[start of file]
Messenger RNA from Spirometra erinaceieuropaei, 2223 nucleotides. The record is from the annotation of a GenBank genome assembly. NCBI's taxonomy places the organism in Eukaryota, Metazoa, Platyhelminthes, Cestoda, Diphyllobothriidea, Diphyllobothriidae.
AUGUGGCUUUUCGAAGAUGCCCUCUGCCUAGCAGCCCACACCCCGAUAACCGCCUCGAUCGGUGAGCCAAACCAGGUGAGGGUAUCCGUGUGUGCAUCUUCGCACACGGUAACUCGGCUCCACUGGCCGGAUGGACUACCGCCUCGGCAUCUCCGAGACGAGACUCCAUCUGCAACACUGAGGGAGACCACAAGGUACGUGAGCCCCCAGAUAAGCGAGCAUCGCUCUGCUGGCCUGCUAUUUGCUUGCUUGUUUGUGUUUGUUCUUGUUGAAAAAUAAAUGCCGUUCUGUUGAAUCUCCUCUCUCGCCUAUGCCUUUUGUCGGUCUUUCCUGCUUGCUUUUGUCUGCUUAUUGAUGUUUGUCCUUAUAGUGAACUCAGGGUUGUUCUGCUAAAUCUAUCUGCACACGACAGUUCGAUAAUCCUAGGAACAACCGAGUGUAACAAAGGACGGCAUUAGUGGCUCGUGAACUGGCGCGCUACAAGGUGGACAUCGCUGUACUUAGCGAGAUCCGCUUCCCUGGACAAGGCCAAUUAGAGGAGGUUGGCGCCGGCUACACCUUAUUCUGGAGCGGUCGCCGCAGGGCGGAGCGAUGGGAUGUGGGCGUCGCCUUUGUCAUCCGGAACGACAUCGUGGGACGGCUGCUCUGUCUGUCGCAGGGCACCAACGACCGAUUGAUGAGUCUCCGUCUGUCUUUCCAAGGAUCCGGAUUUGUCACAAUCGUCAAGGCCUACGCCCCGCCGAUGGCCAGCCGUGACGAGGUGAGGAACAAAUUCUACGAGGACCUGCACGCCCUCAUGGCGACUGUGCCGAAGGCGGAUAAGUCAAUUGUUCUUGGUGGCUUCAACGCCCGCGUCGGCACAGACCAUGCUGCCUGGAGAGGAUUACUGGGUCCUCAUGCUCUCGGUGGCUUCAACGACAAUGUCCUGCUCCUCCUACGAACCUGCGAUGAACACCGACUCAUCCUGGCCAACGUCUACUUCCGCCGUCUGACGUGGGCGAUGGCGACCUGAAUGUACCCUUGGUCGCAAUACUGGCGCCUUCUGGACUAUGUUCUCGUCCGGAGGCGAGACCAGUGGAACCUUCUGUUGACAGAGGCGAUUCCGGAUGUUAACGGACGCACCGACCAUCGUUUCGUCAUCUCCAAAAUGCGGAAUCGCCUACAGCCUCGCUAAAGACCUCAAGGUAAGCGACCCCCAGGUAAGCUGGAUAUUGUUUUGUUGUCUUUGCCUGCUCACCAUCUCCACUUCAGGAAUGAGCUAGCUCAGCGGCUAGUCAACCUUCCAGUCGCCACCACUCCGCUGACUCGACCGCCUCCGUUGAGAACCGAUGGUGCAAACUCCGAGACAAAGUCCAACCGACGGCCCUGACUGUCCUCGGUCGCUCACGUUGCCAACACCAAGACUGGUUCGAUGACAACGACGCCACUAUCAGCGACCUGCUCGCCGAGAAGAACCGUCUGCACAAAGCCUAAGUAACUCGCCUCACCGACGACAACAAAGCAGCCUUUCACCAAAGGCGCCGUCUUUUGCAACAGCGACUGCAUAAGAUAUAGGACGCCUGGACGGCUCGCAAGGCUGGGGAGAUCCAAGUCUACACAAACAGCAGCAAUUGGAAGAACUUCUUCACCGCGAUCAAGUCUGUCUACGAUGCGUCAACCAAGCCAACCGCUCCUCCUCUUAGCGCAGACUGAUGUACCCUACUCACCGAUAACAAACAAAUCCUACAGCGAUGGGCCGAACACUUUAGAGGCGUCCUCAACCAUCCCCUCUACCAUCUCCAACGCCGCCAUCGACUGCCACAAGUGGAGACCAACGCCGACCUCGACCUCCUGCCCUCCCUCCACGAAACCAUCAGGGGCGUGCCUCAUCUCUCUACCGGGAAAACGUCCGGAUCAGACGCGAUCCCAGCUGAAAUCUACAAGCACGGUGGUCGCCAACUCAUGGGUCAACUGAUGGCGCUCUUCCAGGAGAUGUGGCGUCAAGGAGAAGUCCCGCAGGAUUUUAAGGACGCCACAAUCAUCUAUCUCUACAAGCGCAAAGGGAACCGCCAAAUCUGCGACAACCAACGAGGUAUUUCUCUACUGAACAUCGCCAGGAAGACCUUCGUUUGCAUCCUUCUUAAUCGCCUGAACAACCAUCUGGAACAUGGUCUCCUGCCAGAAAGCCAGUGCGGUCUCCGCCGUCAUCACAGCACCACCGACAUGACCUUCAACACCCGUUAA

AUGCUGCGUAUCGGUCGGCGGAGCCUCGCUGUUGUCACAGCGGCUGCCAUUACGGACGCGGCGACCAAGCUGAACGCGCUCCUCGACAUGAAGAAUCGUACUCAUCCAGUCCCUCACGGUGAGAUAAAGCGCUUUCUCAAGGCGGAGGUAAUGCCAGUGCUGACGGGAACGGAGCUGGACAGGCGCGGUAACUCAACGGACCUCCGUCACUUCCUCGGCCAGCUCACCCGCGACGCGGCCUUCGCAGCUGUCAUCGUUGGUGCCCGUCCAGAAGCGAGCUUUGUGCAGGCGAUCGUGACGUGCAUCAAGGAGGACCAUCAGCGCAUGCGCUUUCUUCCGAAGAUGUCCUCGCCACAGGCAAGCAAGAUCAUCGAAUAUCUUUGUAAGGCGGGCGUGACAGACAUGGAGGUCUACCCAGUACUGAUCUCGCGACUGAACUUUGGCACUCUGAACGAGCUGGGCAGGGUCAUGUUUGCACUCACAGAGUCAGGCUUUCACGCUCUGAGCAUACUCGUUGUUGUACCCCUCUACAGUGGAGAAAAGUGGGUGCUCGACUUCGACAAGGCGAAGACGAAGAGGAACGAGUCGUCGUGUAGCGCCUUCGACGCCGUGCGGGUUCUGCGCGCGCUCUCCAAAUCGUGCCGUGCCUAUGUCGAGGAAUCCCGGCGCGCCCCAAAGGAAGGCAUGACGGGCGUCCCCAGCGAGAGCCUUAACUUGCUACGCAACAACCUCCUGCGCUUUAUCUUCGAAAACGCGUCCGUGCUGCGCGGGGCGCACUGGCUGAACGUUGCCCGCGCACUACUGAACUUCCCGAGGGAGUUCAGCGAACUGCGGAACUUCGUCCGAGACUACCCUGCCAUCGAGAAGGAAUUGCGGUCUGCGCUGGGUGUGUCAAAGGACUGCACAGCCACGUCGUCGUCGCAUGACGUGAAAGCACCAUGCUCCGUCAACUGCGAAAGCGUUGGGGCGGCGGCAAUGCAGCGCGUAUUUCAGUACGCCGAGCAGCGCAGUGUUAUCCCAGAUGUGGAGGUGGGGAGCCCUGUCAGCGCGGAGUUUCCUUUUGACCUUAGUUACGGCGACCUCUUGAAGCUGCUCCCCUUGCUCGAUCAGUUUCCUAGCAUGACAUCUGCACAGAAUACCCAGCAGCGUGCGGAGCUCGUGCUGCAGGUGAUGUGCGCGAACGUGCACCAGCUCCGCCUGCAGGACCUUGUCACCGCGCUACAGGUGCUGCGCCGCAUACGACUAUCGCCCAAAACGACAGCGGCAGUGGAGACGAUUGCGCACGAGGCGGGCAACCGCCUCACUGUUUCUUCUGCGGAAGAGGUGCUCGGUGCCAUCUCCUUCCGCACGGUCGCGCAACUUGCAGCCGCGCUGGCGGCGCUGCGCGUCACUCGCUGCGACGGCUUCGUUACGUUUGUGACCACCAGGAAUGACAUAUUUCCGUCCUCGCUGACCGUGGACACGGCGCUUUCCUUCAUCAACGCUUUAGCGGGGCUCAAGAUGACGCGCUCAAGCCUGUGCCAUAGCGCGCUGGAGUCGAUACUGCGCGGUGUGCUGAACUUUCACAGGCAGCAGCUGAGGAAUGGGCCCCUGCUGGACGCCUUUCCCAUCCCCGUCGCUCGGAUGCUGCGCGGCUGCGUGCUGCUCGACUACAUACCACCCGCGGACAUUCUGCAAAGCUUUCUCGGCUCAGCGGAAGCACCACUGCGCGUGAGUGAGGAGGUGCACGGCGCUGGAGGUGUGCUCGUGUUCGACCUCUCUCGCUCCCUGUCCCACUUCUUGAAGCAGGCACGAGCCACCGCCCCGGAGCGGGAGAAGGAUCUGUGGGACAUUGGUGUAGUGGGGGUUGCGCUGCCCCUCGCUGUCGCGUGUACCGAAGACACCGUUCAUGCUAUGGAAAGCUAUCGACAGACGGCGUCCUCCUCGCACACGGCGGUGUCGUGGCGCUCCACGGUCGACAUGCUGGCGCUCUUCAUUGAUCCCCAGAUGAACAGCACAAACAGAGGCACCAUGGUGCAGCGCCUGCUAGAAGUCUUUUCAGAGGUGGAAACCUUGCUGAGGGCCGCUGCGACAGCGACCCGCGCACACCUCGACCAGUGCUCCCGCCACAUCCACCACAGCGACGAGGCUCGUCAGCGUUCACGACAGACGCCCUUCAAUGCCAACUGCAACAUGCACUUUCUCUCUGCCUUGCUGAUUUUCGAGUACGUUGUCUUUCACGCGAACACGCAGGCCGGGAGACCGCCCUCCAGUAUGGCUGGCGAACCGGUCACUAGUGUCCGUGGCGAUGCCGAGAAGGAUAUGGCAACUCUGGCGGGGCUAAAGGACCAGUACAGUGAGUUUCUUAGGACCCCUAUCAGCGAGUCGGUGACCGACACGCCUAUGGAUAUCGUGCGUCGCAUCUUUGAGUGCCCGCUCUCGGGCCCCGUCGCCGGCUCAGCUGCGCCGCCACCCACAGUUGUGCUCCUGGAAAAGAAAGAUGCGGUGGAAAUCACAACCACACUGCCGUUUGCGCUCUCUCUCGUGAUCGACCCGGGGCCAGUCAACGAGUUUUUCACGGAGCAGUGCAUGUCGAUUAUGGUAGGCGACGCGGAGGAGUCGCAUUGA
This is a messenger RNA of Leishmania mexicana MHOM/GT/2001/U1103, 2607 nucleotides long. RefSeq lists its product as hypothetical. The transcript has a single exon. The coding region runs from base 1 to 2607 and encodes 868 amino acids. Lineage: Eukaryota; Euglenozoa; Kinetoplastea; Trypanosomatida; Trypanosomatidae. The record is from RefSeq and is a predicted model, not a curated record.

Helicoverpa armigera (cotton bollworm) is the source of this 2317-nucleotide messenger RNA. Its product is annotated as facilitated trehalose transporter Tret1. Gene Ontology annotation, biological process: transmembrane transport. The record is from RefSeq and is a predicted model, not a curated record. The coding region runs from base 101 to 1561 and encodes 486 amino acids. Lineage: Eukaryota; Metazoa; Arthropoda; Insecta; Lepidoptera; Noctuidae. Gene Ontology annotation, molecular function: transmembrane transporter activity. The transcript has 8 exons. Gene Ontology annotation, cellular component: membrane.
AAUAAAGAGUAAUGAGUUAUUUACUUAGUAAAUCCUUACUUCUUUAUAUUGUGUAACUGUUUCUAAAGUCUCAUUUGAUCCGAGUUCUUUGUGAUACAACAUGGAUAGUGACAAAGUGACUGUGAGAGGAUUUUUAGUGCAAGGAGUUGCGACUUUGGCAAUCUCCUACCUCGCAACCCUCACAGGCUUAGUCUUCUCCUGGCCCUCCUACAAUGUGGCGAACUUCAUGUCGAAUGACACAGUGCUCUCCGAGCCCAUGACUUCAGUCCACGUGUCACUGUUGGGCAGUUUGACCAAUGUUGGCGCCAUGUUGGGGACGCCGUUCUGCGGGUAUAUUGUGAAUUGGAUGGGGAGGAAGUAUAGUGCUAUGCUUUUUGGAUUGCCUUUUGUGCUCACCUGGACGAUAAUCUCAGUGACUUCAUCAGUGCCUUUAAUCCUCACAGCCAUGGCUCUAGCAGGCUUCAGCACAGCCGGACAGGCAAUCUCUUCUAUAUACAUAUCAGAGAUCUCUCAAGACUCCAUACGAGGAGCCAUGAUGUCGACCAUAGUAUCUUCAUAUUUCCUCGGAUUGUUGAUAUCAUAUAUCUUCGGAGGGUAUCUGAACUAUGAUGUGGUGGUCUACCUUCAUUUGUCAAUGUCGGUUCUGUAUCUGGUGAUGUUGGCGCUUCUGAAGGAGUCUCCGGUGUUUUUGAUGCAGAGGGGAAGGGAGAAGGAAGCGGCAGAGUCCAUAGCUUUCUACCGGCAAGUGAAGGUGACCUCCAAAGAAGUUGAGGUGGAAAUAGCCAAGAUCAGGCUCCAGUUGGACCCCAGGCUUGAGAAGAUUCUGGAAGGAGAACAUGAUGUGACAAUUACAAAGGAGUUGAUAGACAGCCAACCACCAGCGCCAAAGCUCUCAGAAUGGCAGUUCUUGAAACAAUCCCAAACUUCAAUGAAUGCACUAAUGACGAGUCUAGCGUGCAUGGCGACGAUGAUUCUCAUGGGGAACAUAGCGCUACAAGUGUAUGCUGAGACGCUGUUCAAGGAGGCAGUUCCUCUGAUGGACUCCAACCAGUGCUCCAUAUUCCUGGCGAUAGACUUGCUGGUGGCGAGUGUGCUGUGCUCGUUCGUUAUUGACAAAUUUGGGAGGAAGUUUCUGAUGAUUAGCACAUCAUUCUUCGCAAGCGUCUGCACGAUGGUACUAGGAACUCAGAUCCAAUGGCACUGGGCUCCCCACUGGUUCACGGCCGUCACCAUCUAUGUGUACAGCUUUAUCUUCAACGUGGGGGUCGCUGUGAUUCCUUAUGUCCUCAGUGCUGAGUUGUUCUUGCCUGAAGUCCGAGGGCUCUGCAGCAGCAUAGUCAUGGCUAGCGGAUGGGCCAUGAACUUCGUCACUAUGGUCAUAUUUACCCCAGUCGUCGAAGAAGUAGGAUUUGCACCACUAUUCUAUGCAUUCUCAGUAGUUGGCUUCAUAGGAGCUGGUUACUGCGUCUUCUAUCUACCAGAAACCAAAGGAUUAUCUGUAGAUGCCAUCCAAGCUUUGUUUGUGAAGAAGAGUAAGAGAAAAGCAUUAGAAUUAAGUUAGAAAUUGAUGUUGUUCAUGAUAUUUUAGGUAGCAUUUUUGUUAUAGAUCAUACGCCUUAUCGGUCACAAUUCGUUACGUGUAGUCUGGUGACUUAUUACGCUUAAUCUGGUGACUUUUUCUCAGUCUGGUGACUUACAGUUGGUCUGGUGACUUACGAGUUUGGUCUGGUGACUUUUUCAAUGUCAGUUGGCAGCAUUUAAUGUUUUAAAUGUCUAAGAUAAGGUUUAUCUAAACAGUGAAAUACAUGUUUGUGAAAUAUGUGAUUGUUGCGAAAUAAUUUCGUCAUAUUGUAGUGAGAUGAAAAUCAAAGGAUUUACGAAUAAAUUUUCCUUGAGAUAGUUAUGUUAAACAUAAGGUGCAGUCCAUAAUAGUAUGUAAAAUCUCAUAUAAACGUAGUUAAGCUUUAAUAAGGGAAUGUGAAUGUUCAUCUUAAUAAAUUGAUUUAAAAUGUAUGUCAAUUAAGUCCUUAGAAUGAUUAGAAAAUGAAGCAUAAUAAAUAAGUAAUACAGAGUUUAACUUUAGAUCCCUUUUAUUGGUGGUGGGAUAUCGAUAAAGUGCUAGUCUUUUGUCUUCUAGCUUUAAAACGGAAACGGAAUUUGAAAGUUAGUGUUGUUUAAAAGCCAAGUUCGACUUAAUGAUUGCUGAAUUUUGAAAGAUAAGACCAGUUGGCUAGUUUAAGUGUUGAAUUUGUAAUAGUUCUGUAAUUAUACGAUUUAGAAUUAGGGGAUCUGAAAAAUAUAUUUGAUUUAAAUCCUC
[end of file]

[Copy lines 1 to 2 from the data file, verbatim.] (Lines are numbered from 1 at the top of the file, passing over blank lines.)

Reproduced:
Messenger RNA from Spirometra erinaceieuropaei, 2223 nucleotides. The record is from the annotation of a GenBank genome assembly. NCBI's taxonomy places the organism in Eukaryota, Metazoa, Platyhelminthes, Cestoda, Diphyllobothriidea, Diphyllobothriidae.
AUGUGGCUUUUCGAAGAUGCCCUCUGCCUAGCAGCCCACACCCCGAUAACCGCCUCGAUCGGUGAGCCAAACCAGGUGAGGGUAUCCGUGUGUGCAUCUUCGCACACGGUAACUCGGCUCCACUGGCCGGAUGGACUACCGCCUCGGCAUCUCCGAGACGAGACUCCAUCUGCAACACUGAGGGAGACCACAAGGUACGUGAGCCCCCAGAUAAGCGAGCAUCGCUCUGCUGGCCUGCUAUUUGCUUGCUUGUUUGUGUUUGUUCUUGUUGAAAAAUAAAUGCCGUUCUGUUGAAUCUCCUCUCUCGCCUAUGCCUUUUGUCGGUCUUUCCUGCUUGCUUUUGUCUGCUUAUUGAUGUUUGUCCUUAUAGUGAACUCAGGGUUGUUCUGCUAAAUCUAUCUGCACACGACAGUUCGAUAAUCCUAGGAACAACCGAGUGUAACAAAGGACGGCAUUAGUGGCUCGUGAACUGGCGCGCUACAAGGUGGACAUCGCUGUACUUAGCGAGAUCCGCUUCCCUGGACAAGGCCAAUUAGAGGAGGUUGGCGCCGGCUACACCUUAUUCUGGAGCGGUCGCCGCAGGGCGGAGCGAUGGGAUGUGGGCGUCGCCUUUGUCAUCCGGAACGACAUCGUGGGACGGCUGCUCUGUCUGUCGCAGGGCACCAACGACCGAUUGAUGAGUCUCCGUCUGUCUUUCCAAGGAUCCGGAUUUGUCACAAUCGUCAAGGCCUACGCCCCGCCGAUGGCCAGCCGUGACGAGGUGAGGAACAAAUUCUACGAGGACCUGCACGCCCUCAUGGCGACUGUGCCGAAGGCGGAUAAGUCAAUUGUUCUUGGUGGCUUCAACGCCCGCGUCGGCACAGACCAUGCUGCCUGGAGAGGAUUACUGGGUCCUCAUGCUCUCGGUGGCUUCAACGACAAUGUCCUGCUCCUCCUACGAACCUGCGAUGAACACCGACUCAUCCUGGCCAACGUCUACUUCCGCCGUCUGACGUGGGCGAUGGCGACCUGAAUGUACCCUUGGUCGCAAUACUGGCGCCUUCUGGACUAUGUUCUCGUCCGGAGGCGAGACCAGUGGAACCUUCUGUUGACAGAGGCGAUUCCGGAUGUUAACGGACGCACCGACCAUCGUUUCGUCAUCUCCAAAAUGCGGAAUCGCCUACAGCCUCGCUAAAGACCUCAAGGUAAGCGACCCCCAGGUAAGCUGGAUAUUGUUUUGUUGUCUUUGCCUGCUCACCAUCUCCACUUCAGGAAUGAGCUAGCUCAGCGGCUAGUCAACCUUCCAGUCGCCACCACUCCGCUGACUCGACCGCCUCCGUUGAGAACCGAUGGUGCAAACUCCGAGACAAAGUCCAACCGACGGCCCUGACUGUCCUCGGUCGCUCACGUUGCCAACACCAAGACUGGUUCGAUGACAACGACGCCACUAUCAGCGACCUGCUCGCCGAGAAGAACCGUCUGCACAAAGCCUAAGUAACUCGCCUCACCGACGACAACAAAGCAGCCUUUCACCAAAGGCGCCGUCUUUUGCAACAGCGACUGCAUAAGAUAUAGGACGCCUGGACGGCUCGCAAGGCUGGGGAGAUCCAAGUCUACACAAACAGCAGCAAUUGGAAGAACUUCUUCACCGCGAUCAAGUCUGUCUACGAUGCGUCAACCAAGCCAACCGCUCCUCCUCUUAGCGCAGACUGAUGUACCCUACUCACCGAUAACAAACAAAUCCUACAGCGAUGGGCCGAACACUUUAGAGGCGUCCUCAACCAUCCCCUCUACCAUCUCCAACGCCGCCAUCGACUGCCACAAGUGGAGACCAACGCCGACCUCGACCUCCUGCCCUCCCUCCACGAAACCAUCAGGGGCGUGCCUCAUCUCUCUACCGGGAAAACGUCCGGAUCAGACGCGAUCCCAGCUGAAAUCUACAAGCACGGUGGUCGCCAACUCAUGGGUCAACUGAUGGCGCUCUUCCAGGAGAUGUGGCGUCAAGGAGAAGUCCCGCAGGAUUUUAAGGACGCCACAAUCAUCUAUCUCUACAAGCGCAAAGGGAACCGCCAAAUCUGCGACAACCAACGAGGUAUUUCUCUACUGAACAUCGCCAGGAAGACCUUCGUUUGCAUCCUUCUUAAUCGCCUGAACAACCAUCUGGAACAUGGUCUCCUGCCAGAAAGCCAGUGCGGUCUCCGCCGUCAUCACAGCACCACCGACAUGACCUUCAACACCCGUUAA